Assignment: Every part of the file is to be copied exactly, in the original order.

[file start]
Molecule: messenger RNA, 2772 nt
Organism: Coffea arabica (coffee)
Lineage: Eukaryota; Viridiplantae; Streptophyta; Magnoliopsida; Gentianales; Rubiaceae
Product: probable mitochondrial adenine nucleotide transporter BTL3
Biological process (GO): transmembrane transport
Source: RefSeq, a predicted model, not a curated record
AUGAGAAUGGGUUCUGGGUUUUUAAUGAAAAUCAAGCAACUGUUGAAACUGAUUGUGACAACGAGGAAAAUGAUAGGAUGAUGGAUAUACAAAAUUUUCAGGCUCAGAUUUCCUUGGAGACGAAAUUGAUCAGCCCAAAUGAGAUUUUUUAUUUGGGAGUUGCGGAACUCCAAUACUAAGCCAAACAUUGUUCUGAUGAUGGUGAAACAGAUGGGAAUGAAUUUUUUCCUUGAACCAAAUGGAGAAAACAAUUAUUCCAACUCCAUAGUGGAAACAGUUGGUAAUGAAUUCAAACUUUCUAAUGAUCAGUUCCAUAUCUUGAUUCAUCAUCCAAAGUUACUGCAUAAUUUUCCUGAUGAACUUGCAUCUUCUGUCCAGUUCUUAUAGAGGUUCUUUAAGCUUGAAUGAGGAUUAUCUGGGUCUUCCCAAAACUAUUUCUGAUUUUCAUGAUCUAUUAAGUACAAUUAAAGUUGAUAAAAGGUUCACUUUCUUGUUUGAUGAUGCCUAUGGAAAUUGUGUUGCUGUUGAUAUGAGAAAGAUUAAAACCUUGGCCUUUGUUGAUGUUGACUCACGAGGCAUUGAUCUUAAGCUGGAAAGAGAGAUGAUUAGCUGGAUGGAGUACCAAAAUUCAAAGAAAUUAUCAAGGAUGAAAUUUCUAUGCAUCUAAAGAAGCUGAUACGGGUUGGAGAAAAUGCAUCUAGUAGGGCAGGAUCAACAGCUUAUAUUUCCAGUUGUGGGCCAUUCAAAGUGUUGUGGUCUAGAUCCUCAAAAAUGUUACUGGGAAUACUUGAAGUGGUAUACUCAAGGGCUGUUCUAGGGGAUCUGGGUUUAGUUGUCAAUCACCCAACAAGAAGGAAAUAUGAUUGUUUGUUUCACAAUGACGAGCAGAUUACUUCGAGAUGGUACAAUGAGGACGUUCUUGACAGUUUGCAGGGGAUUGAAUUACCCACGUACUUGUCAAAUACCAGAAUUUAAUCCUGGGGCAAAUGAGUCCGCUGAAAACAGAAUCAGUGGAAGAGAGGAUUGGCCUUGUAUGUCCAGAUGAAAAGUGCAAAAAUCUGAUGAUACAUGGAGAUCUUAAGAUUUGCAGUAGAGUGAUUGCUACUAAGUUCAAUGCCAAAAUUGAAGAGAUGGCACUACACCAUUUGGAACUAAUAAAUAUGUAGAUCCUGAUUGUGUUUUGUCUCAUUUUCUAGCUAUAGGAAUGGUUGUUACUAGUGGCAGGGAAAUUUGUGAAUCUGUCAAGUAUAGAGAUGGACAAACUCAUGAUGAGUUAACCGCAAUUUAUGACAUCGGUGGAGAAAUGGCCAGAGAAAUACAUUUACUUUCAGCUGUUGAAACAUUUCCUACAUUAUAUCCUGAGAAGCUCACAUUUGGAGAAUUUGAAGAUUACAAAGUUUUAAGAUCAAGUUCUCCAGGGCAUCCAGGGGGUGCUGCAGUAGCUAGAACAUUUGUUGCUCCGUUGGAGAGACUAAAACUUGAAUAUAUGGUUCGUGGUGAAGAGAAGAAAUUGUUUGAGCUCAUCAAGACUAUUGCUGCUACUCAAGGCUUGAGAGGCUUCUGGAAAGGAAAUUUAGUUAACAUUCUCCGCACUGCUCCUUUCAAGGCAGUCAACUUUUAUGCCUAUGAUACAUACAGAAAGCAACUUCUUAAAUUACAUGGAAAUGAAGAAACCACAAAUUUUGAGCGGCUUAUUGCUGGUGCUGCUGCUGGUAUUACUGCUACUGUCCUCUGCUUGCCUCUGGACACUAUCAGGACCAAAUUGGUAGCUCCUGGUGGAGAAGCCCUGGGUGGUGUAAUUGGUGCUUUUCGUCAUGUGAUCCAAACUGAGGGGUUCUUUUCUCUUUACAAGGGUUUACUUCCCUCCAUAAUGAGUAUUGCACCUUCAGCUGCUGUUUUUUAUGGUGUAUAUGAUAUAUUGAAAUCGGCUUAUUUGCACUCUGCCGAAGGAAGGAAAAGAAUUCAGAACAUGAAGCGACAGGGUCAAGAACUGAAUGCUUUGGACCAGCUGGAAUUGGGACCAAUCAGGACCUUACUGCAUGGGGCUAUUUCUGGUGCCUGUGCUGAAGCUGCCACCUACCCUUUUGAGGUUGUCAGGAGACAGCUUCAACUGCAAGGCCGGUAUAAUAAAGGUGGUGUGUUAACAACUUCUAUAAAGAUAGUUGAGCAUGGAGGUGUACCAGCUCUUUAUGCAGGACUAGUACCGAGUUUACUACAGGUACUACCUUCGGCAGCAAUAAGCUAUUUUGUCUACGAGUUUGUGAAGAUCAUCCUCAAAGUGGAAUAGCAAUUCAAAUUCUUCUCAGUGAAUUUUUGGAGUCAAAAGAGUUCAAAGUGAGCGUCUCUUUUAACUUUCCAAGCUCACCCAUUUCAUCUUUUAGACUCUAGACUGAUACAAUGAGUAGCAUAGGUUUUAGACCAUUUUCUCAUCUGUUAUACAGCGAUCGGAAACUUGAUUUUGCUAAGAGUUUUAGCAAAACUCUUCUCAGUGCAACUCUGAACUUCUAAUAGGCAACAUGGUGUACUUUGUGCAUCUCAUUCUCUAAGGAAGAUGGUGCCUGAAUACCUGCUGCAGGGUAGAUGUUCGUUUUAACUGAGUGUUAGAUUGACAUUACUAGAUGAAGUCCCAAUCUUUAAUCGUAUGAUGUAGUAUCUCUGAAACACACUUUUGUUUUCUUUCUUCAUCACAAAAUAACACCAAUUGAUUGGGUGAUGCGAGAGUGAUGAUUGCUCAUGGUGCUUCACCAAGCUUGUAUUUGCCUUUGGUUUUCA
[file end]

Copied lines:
Molecule: messenger RNA, 2772 nt
Organism: Coffea arabica (coffee)
Lineage: Eukaryota; Viridiplantae; Streptophyta; Magnoliopsida; Gentianales; Rubiaceae
Product: probable mitochondrial adenine nucleotide transporter BTL3
Biological process (GO): transmembrane transport
Source: RefSeq, a predicted model, not a curated record
AUGAGAAUGGGUUCUGGGUUUUUAAUGAAAAUCAAGCAACUGUUGAAACUGAUUGUGACAACGAGGAAAAUGAUAGGAUGAUGGAUAUACAAAAUUUUCAGGCUCAGAUUUCCUUGGAGACGAAAUUGAUCAGCCCAAAUGAGAUUUUUUAUUUGGGAGUUGCGGAACUCCAAUACUAAGCCAAACAUUGUUCUGAUGAUGGUGAAACAGAUGGGAAUGAAUUUUUUCCUUGAACCAAAUGGAGAAAACAAUUAUUCCAACUCCAUAGUGGAAACAGUUGGUAAUGAAUUCAAACUUUCUAAUGAUCAGUUCCAUAUCUUGAUUCAUCAUCCAAAGUUACUGCAUAAUUUUCCUGAUGAACUUGCAUCUUCUGUCCAGUUCUUAUAGAGGUUCUUUAAGCUUGAAUGAGGAUUAUCUGGGUCUUCCCAAAACUAUUUCUGAUUUUCAUGAUCUAUUAAGUACAAUUAAAGUUGAUAAAAGGUUCACUUUCUUGUUUGAUGAUGCCUAUGGAAAUUGUGUUGCUGUUGAUAUGAGAAAGAUUAAAACCUUGGCCUUUGUUGAUGUUGACUCACGAGGCAUUGAUCUUAAGCUGGAAAGAGAGAUGAUUAGCUGGAUGGAGUACCAAAAUUCAAAGAAAUUAUCAAGGAUGAAAUUUCUAUGCAUCUAAAGAAGCUGAUACGGGUUGGAGAAAAUGCAUCUAGUAGGGCAGGAUCAACAGCUUAUAUUUCCAGUUGUGGGCCAUUCAAAGUGUUGUGGUCUAGAUCCUCAAAAAUGUUACUGGGAAUACUUGAAGUGGUAUACUCAAGGGCUGUUCUAGGGGAUCUGGGUUUAGUUGUCAAUCACCCAACAAGAAGGAAAUAUGAUUGUUUGUUUCACAAUGACGAGCAGAUUACUUCGAGAUGGUACAAUGAGGACGUUCUUGACAGUUUGCAGGGGAUUGAAUUACCCACGUACUUGUCAAAUACCAGAAUUUAAUCCUGGGGCAAAUGAGUCCGCUGAAAACAGAAUCAGUGGAAGAGAGGAUUGGCCUUGUAUGUCCAGAUGAAAAGUGCAAAAAUCUGAUGAUACAUGGAGAUCUUAAGAUUUGCAGUAGAGUGAUUGCUACUAAGUUCAAUGCCAAAAUUGAAGAGAUGGCACUACACCAUUUGGAACUAAUAAAUAUGUAGAUCCUGAUUGUGUUUUGUCUCAUUUUCUAGCUAUAGGAAUGGUUGUUACUAGUGGCAGGGAAAUUUGUGAAUCUGUCAAGUAUAGAGAUGGACAAACUCAUGAUGAGUUAACCGCAAUUUAUGACAUCGGUGGAGAAAUGGCCAGAGAAAUACAUUUACUUUCAGCUGUUGAAACAUUUCCUACAUUAUAUCCUGAGAAGCUCACAUUUGGAGAAUUUGAAGAUUACAAAGUUUUAAGAUCAAGUUCUCCAGGGCAUCCAGGGGGUGCUGCAGUAGCUAGAACAUUUGUUGCUCCGUUGGAGAGACUAAAACUUGAAUAUAUGGUUCGUGGUGAAGAGAAGAAAUUGUUUGAGCUCAUCAAGACUAUUGCUGCUACUCAAGGCUUGAGAGGCUUCUGGAAAGGAAAUUUAGUUAACAUUCUCCGCACUGCUCCUUUCAAGGCAGUCAACUUUUAUGCCUAUGAUACAUACAGAAAGCAACUUCUUAAAUUACAUGGAAAUGAAGAAACCACAAAUUUUGAGCGGCUUAUUGCUGGUGCUGCUGCUGGUAUUACUGCUACUGUCCUCUGCUUGCCUCUGGACACUAUCAGGACCAAAUUGGUAGCUCCUGGUGGAGAAGCCCUGGGUGGUGUAAUUGGUGCUUUUCGUCAUGUGAUCCAAACUGAGGGGUUCUUUUCUCUUUACAAGGGUUUACUUCCCUCCAUAAUGAGUAUUGCACCUUCAGCUGCUGUUUUUUAUGGUGUAUAUGAUAUAUUGAAAUCGGCUUAUUUGCACUCUGCCGAAGGAAGGAAAAGAAUUCAGAACAUGAAGCGACAGGGUCAAGAACUGAAUGCUUUGGACCAGCUGGAAUUGGGACCAAUCAGGACCUUACUGCAUGGGGCUAUUUCUGGUGCCUGUGCUGAAGCUGCCACCUACCCUUUUGAGGUUGUCAGGAGACAGCUUCAACUGCAAGGCCGGUAUAAUAAAGGUGGUGUGUUAACAACUUCUAUAAAGAUAGUUGAGCAUGGAGGUGUACCAGCUCUUUAUGCAGGACUAGUACCGAGUUUACUACAGGUACUACCUUCGGCAGCAAUAAGCUAUUUUGUCUACGAGUUUGUGAAGAUCAUCCUCAAAGUGGAAUAGCAAUUCAAAUUCUUCUCAGUGAAUUUUUGGAGUCAAAAGAGUUCAAAGUGAGCGUCUCUUUUAACUUUCCAAGCUCACCCAUUUCAUCUUUUAGACUCUAGACUGAUACAAUGAGUAGCAUAGGUUUUAGACCAUUUUCUCAUCUGUUAUACAGCGAUCGGAAACUUGAUUUUGCUAAGAGUUUUAGCAAAACUCUUCUCAGUGCAACUCUGAACUUCUAAUAGGCAACAUGGUGUACUUUGUGCAUCUCAUUCUCUAAGGAAGAUGGUGCCUGAAUACCUGCUGCAGGGUAGAUGUUCGUUUUAACUGAGUGUUAGAUUGACAUUACUAGAUGAAGUCCCAAUCUUUAAUCGUAUGAUGUAGUAUCUCUGAAACACACUUUUGUUUUCUUUCUUCAUCACAAAAUAACACCAAUUGAUUGGGUGAUGCGAGAGUGAUGAUUGCUCAUGGUGCUUCACCAAGCUUGUAUUUGCCUUUGGUUUUCA